▪ Tungsten, is more dense and hard than lead, and allows the angler to “feel” the bait more effectively which in turns helps the angler feel the bite
▪ Any zinc-containing fishing tackle is not recommended because it is also toxic to wildlife

For information on where to buy lead free fishing tackle and where to dispose of lead tackle in New Hampshire, visit

About Fish Lead-Free

Fish Lead-Free is a regional initiative to help anglers switch to lead-free tackle. To find out laws, where to buy lead-free tackle, and where to dispose of tackle in your region, visit

NH Fish Consumption Guidelines

from the Department of Environmental Services. Going Fishing? Are you concerned about the mercury level in the lake’s fish? How much fish is safe to eat? Download a Fact Sheet on the subject here.

Organic Material Discharge into Lake Kanasatka

Many people believe that dumping natural materials into the lake is acceptable. After all, it’s all “natural” stuff”, right? Well, not so fast. It is actually never OK to discharge or dump leaves, grass, brush, fireplace ashes, or similar waste into the lake.

Here is an recent message from Andy Chapman, Biomonitoring Program, NH Department of Environmental Services (DES). This agency is charged with creation and enforcement of rules on protection of NH lakes, streams and wetlands. Andy says:
“There is language in both the law and water quality standards to address this matter, at RSA 485-A-08 and 12, and Env-Wq 1703.08. Blowing leaves and clippings into the lake adds nutrients, phosphorous and nitrogen can accelerate eutrophication (lake aging). This leads to increased algal blooms, cyanobacteria, decreased lake clarity and dissolved oxygen, impacting aquatic life.”

Go here for further information on how organic waste may affect our lake.

The advisory, of course, also applies to landscapers and lawn companies that may assist in keeping our properties clean. Please inform your yard service of the rules so they can help in our efforts.

Since the mission of LKWA is to protect the quality of the land, water, marshland, woodland and open spaces of our Watershed, it’s critical that everyone pitch in to preserve our priceless natural resource. Please do your part by following this guidance.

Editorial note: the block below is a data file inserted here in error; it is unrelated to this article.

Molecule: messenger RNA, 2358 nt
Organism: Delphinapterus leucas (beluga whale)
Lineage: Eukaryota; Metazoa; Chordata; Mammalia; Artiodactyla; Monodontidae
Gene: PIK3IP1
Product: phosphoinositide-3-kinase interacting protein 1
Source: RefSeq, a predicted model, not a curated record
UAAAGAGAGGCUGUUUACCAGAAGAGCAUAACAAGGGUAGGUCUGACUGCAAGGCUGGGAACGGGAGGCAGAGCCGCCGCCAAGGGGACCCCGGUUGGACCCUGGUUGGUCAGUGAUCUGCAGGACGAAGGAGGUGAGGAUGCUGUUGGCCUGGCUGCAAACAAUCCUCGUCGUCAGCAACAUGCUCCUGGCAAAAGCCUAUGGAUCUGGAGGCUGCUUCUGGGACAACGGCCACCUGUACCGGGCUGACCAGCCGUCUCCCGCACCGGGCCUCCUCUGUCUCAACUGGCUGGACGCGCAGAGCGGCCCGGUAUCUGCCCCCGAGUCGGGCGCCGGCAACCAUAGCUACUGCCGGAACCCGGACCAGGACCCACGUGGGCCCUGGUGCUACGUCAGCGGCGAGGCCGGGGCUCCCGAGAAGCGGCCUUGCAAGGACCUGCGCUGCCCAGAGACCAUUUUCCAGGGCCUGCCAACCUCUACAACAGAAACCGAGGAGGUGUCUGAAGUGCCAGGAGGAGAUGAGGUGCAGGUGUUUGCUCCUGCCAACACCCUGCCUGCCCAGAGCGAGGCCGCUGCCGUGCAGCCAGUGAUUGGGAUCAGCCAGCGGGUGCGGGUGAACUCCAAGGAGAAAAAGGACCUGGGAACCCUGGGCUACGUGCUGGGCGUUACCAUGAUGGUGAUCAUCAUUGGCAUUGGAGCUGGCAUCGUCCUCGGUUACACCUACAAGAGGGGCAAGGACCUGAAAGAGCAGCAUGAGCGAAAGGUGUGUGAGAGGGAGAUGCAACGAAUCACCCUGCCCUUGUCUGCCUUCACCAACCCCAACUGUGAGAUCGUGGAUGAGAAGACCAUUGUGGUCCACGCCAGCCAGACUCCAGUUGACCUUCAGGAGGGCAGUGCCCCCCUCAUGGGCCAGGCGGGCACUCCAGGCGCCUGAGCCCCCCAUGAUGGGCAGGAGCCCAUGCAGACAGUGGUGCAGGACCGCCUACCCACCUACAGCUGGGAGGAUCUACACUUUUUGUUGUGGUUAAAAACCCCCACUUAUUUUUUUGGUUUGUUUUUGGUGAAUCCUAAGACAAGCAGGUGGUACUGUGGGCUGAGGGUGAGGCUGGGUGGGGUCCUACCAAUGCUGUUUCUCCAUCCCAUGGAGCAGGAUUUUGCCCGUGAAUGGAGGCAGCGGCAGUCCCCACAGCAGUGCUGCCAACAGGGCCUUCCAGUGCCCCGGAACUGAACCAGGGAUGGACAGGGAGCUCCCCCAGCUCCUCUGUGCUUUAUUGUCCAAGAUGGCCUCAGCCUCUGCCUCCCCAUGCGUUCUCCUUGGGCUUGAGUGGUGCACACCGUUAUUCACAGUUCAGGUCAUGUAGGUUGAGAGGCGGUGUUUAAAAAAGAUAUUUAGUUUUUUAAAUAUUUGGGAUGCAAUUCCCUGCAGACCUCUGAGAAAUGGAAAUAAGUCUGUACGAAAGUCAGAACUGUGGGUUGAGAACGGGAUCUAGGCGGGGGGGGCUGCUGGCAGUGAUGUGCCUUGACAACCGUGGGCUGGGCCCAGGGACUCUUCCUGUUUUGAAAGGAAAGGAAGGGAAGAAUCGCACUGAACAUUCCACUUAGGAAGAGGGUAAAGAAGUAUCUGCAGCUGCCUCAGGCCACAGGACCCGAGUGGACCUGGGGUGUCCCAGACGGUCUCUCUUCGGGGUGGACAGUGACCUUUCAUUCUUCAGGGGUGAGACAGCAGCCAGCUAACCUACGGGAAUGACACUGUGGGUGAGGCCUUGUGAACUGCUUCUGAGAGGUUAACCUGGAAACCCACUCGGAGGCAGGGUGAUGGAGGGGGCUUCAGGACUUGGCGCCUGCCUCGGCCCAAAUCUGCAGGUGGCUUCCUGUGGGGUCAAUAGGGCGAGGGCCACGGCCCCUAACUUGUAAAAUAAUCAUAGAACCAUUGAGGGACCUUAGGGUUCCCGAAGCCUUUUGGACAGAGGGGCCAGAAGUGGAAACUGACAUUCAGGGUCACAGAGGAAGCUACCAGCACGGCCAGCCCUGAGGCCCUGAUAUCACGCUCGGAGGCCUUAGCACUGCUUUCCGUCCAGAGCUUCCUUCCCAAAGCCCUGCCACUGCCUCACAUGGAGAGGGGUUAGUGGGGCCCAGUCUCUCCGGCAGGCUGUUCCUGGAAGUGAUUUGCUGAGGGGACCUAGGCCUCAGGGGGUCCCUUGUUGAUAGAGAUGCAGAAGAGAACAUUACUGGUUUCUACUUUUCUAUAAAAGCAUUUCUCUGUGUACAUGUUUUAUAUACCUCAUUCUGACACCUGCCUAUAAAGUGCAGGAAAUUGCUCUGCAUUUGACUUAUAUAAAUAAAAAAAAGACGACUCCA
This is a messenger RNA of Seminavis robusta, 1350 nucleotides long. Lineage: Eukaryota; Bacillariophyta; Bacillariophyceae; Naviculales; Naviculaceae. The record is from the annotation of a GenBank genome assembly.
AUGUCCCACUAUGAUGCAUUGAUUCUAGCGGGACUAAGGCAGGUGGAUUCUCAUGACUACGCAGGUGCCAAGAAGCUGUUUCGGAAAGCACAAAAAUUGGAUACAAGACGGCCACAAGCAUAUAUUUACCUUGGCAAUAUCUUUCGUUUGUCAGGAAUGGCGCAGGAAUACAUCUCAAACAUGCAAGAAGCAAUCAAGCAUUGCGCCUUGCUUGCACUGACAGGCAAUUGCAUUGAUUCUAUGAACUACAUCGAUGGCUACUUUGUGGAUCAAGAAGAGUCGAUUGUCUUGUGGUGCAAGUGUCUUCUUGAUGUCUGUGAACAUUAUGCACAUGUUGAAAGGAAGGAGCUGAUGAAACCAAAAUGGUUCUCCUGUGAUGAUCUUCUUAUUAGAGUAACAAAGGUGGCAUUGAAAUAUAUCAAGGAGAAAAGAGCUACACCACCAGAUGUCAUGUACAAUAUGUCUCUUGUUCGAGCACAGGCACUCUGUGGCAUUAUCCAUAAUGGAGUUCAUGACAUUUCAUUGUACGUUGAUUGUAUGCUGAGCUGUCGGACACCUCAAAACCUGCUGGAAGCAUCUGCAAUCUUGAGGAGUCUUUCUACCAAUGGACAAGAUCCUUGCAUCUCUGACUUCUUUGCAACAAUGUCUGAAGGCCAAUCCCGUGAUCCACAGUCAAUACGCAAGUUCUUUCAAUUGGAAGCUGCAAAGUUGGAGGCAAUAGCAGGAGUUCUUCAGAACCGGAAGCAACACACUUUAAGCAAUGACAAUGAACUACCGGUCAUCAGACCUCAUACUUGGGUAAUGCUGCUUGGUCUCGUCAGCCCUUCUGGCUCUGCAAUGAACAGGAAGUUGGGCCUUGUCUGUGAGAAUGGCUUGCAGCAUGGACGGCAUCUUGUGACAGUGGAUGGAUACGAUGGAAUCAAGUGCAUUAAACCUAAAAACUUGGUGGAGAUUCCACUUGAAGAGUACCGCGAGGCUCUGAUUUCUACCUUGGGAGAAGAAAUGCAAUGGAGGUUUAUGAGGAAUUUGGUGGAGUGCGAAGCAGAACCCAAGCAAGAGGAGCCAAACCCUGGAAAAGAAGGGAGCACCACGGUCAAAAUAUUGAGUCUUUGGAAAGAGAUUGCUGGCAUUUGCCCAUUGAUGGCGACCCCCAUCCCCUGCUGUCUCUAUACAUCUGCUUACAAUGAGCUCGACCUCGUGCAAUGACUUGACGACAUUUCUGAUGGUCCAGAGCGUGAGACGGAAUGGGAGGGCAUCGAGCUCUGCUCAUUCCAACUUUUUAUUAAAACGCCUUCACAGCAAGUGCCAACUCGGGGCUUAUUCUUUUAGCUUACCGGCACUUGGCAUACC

Are you a member of the LKWA?

We would welcome your continued membership in our organization to insure our future success. Click here to renew or add your membership to our organization for the amount of $25 and send your contact information details to the Lake Kanasatka Watershed Association. If you have any questions please email us at

As you know our mission is preserving and protecting our cherished lake. Our Lake Kanasatka water sampling program, in concert with the University of New Hampshire, monitors the health of our lake. This is our largest expense. We also host our July business meeting at the loon center and have our annual social potluck luncheon/meeting in August. Annually we have contributed to three local conservation organizations, the Loon Center, the Lake Region Conservation Trust and the NH Lake Association. We help fund the Kanasatka loon nesting platform effort and were disappointed this year with the loss of our two chicks. All of our efforts are enhanced and documented via our website and facebook page. We as an organization would like to continue all of these efforts and can with your continued support.

We would welcome the continuation of your support towards supporting our mutual goal, the preservation of our lake.